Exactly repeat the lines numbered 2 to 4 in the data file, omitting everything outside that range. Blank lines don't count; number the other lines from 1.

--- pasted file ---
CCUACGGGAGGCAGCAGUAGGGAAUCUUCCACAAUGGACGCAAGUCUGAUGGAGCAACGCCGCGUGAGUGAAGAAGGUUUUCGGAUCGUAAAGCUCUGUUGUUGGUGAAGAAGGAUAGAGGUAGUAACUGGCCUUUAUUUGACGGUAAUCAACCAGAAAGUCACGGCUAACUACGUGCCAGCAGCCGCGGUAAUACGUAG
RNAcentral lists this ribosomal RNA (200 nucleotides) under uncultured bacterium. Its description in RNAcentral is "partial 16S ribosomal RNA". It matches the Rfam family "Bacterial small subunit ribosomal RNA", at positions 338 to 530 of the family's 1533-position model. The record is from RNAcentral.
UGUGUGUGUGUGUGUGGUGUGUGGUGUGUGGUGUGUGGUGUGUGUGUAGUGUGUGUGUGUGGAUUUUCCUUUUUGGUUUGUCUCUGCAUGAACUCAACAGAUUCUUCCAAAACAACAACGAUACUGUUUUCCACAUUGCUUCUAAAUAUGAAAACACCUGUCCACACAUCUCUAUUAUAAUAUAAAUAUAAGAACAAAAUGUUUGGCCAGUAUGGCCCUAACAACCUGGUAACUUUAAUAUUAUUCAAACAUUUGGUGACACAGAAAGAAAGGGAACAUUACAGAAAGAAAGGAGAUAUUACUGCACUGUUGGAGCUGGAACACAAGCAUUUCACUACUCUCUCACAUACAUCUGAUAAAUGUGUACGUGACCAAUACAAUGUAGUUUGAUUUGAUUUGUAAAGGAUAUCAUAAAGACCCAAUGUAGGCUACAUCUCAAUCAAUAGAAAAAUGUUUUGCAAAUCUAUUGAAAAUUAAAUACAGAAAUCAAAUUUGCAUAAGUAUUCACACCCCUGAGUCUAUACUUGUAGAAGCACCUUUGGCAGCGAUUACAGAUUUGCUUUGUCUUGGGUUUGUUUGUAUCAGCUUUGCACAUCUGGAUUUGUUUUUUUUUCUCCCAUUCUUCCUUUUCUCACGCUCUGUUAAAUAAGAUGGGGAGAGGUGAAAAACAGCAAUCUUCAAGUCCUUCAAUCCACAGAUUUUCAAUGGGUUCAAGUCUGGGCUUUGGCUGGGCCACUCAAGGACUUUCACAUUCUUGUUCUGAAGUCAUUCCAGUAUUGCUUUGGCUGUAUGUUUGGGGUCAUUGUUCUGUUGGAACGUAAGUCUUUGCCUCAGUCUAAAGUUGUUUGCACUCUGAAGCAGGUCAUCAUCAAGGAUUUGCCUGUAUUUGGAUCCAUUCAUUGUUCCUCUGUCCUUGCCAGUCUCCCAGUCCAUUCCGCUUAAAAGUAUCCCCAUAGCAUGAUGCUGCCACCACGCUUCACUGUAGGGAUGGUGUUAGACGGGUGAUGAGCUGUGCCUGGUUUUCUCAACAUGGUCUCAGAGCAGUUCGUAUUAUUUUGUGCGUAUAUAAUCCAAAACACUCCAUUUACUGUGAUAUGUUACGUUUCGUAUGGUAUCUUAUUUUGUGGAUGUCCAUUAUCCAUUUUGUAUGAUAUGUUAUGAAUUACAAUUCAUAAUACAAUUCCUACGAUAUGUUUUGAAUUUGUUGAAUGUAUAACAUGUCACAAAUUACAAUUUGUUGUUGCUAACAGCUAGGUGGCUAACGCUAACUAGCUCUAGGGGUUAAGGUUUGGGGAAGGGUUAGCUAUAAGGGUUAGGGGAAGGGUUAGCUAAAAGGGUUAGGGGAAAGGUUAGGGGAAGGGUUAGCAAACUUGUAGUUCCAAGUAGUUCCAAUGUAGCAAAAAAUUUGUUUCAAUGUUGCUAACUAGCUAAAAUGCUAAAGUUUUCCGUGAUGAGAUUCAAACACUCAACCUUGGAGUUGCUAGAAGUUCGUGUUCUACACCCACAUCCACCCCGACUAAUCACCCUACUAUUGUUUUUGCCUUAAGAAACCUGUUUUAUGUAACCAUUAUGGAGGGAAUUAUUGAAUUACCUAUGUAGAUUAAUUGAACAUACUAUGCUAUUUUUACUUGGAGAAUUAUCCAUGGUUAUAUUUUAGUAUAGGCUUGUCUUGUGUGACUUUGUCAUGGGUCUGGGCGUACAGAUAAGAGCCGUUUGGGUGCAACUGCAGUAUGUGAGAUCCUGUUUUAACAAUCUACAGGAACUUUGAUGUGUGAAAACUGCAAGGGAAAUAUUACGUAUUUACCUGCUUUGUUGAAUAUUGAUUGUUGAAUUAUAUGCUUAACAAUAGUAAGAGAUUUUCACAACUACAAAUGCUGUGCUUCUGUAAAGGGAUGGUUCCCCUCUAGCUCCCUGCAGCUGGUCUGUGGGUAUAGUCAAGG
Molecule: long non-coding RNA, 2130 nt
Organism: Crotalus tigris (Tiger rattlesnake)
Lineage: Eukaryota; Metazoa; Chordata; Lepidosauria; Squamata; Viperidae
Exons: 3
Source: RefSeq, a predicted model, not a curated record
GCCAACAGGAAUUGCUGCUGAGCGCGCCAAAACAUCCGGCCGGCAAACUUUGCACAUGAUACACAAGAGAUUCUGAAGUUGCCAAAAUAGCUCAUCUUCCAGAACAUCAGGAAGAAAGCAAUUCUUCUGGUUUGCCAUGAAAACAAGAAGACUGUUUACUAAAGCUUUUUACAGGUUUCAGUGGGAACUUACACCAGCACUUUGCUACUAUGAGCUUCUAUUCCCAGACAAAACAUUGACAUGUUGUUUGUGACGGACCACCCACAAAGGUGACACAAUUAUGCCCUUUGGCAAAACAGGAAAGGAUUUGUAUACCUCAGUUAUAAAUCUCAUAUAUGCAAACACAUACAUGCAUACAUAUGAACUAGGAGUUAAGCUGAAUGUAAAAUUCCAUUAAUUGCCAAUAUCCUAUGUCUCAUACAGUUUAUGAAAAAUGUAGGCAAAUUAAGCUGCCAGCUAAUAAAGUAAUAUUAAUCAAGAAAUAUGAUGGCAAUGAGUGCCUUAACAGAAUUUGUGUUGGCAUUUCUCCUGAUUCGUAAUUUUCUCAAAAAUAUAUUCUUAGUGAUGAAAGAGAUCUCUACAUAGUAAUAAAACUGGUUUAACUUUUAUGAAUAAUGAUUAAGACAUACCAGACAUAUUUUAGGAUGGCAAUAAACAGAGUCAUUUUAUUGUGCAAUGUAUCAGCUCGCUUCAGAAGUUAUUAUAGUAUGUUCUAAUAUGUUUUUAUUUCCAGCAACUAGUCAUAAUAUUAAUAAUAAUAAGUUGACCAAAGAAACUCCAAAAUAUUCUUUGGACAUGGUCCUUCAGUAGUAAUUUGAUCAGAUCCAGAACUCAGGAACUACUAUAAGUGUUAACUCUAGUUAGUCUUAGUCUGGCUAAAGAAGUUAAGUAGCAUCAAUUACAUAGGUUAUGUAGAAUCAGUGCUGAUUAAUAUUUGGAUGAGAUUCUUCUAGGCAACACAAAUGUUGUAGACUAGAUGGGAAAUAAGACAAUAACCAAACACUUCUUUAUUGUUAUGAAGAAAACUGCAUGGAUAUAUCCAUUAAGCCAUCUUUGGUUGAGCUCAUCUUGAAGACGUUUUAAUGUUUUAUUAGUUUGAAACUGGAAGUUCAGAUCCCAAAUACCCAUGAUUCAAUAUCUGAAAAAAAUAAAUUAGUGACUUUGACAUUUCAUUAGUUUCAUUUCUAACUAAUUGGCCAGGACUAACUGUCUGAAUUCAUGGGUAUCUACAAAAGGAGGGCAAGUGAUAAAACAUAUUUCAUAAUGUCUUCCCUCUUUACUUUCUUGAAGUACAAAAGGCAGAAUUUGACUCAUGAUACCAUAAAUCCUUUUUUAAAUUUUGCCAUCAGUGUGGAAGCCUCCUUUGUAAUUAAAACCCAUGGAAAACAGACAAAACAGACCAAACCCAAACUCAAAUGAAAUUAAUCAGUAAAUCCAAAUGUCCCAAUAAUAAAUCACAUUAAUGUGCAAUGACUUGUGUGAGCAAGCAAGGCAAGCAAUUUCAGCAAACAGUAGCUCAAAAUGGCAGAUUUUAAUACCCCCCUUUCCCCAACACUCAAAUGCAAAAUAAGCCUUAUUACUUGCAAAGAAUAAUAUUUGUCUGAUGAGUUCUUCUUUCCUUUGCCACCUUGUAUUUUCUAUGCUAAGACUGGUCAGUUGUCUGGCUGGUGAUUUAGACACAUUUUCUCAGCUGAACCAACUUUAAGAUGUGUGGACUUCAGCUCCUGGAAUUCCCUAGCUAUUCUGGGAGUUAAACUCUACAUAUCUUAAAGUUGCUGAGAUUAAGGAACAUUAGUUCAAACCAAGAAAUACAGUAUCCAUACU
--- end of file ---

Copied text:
RNAcentral lists this ribosomal RNA (200 nucleotides) under uncultured bacterium. Its description in RNAcentral is "partial 16S ribosomal RNA". It matches the Rfam family "Bacterial small subunit ribosomal RNA", at positions 338 to 530 of the family's 1533-position model. The record is from RNAcentral.
UGUGUGUGUGUGUGUGGUGUGUGGUGUGUGGUGUGUGGUGUGUGUGUAGUGUGUGUGUGUGGAUUUUCCUUUUUGGUUUGUCUCUGCAUGAACUCAACAGAUUCUUCCAAAACAACAACGAUACUGUUUUCCACAUUGCUUCUAAAUAUGAAAACACCUGUCCACACAUCUCUAUUAUAAUAUAAAUAUAAGAACAAAAUGUUUGGCCAGUAUGGCCCUAACAACCUGGUAACUUUAAUAUUAUUCAAACAUUUGGUGACACAGAAAGAAAGGGAACAUUACAGAAAGAAAGGAGAUAUUACUGCACUGUUGGAGCUGGAACACAAGCAUUUCACUACUCUCUCACAUACAUCUGAUAAAUGUGUACGUGACCAAUACAAUGUAGUUUGAUUUGAUUUGUAAAGGAUAUCAUAAAGACCCAAUGUAGGCUACAUCUCAAUCAAUAGAAAAAUGUUUUGCAAAUCUAUUGAAAAUUAAAUACAGAAAUCAAAUUUGCAUAAGUAUUCACACCCCUGAGUCUAUACUUGUAGAAGCACCUUUGGCAGCGAUUACAGAUUUGCUUUGUCUUGGGUUUGUUUGUAUCAGCUUUGCACAUCUGGAUUUGUUUUUUUUUCUCCCAUUCUUCCUUUUCUCACGCUCUGUUAAAUAAGAUGGGGAGAGGUGAAAAACAGCAAUCUUCAAGUCCUUCAAUCCACAGAUUUUCAAUGGGUUCAAGUCUGGGCUUUGGCUGGGCCACUCAAGGACUUUCACAUUCUUGUUCUGAAGUCAUUCCAGUAUUGCUUUGGCUGUAUGUUUGGGGUCAUUGUUCUGUUGGAACGUAAGUCUUUGCCUCAGUCUAAAGUUGUUUGCACUCUGAAGCAGGUCAUCAUCAAGGAUUUGCCUGUAUUUGGAUCCAUUCAUUGUUCCUCUGUCCUUGCCAGUCUCCCAGUCCAUUCCGCUUAAAAGUAUCCCCAUAGCAUGAUGCUGCCACCACGCUUCACUGUAGGGAUGGUGUUAGACGGGUGAUGAGCUGUGCCUGGUUUUCUCAACAUGGUCUCAGAGCAGUUCGUAUUAUUUUGUGCGUAUAUAAUCCAAAACACUCCAUUUACUGUGAUAUGUUACGUUUCGUAUGGUAUCUUAUUUUGUGGAUGUCCAUUAUCCAUUUUGUAUGAUAUGUUAUGAAUUACAAUUCAUAAUACAAUUCCUACGAUAUGUUUUGAAUUUGUUGAAUGUAUAACAUGUCACAAAUUACAAUUUGUUGUUGCUAACAGCUAGGUGGCUAACGCUAACUAGCUCUAGGGGUUAAGGUUUGGGGAAGGGUUAGCUAUAAGGGUUAGGGGAAGGGUUAGCUAAAAGGGUUAGGGGAAAGGUUAGGGGAAGGGUUAGCAAACUUGUAGUUCCAAGUAGUUCCAAUGUAGCAAAAAAUUUGUUUCAAUGUUGCUAACUAGCUAAAAUGCUAAAGUUUUCCGUGAUGAGAUUCAAACACUCAACCUUGGAGUUGCUAGAAGUUCGUGUUCUACACCCACAUCCACCCCGACUAAUCACCCUACUAUUGUUUUUGCCUUAAGAAACCUGUUUUAUGUAACCAUUAUGGAGGGAAUUAUUGAAUUACCUAUGUAGAUUAAUUGAACAUACUAUGCUAUUUUUACUUGGAGAAUUAUCCAUGGUUAUAUUUUAGUAUAGGCUUGUCUUGUGUGACUUUGUCAUGGGUCUGGGCGUACAGAUAAGAGCCGUUUGGGUGCAACUGCAGUAUGUGAGAUCCUGUUUUAACAAUCUACAGGAACUUUGAUGUGUGAAAACUGCAAGGGAAAUAUUACGUAUUUACCUGCUUUGUUGAAUAUUGAUUGUUGAAUUAUAUGCUUAACAAUAGUAAGAGAUUUUCACAACUACAAAUGCUGUGCUUCUGUAAAGGGAUGGUUCCCCUCUAGCUCCCUGCAGCUGGUCUGUGGGUAUAGUCAAGG
Molecule: long non-coding RNA, 2130 nt